Arguably the most important point Thoreau makes is that this revolution against the government cannot come from violence or bloodshed, as committing such atrocities would liken the general public to the corrupt government who allows for them in the first place. He calls his tax-evasion method “a peaceable revolution, if any such is possible.” If change is going to occur it will be because of the civility of the people in the way they demand it, an idea which was relatively unheard of and unpracticed as of that time (note that this essay was written before Gandhi leading massive peaceful protests in India, in fact this essay helped inspire Gandhi in the first place). Despite the possibility of “peaceable revolution” failing, Thoreau ends certain that this idea will bring necessary change.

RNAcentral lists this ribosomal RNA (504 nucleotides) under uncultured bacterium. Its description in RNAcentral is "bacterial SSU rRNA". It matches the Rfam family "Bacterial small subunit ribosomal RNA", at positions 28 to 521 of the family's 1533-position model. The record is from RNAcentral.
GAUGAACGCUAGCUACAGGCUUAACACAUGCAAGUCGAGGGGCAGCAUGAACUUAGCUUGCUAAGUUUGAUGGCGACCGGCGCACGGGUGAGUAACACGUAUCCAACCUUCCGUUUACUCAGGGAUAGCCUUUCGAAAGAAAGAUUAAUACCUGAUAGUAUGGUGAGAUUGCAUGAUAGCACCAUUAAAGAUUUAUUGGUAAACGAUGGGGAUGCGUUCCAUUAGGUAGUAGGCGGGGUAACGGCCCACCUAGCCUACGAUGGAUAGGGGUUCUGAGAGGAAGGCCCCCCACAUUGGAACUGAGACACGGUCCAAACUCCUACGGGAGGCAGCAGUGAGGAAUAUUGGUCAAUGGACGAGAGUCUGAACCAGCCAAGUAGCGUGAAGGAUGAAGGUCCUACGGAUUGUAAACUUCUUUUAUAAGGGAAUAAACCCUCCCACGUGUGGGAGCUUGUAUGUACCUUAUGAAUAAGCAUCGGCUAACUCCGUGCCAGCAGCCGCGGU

Viewing the story through the lens of a peaceful protester, Melville’s Bartleby, the Scrivener puts to practicum all of the ideas Thoreau puts forward in his essay. The story starts with a narrator describing his law office in a perfect equilibrium: while Turkey works well in the morning and is drunk and sloppy with his copying in the afternoon, Nippers is plagued with indigestion in the morning but works well in the afternoon. There was an increase in the amount of papers which needed to be copied however, so the narrator employs Bartleby, a “pallidly neat, pitiably respectable, incurably forlorn” individual with a completely unknown background. Bartleby works quite well in the beginning, furiously copying away “as if long famishing for something to copy.” Not long after however he begins to reject the duties assigned to him by the narrator, only responding to the boss’ requests with his repeated catchphrase “I would prefer not to.” Puzzling the workers in the office to no end, the narrator becomes captivated with Bartleby, his background and just why exactly he would not do what was asked of him, yet Bartleby is steadfast in not divulging any information about himself, leaving the narrator as well as the reader quite stupefied. Bartleby continues to “prefer not” to do everything asked of him all throughout the story, leading to the law office everything revolves around being moved, his eventual imprisonment and death due to “preferring not” to eat.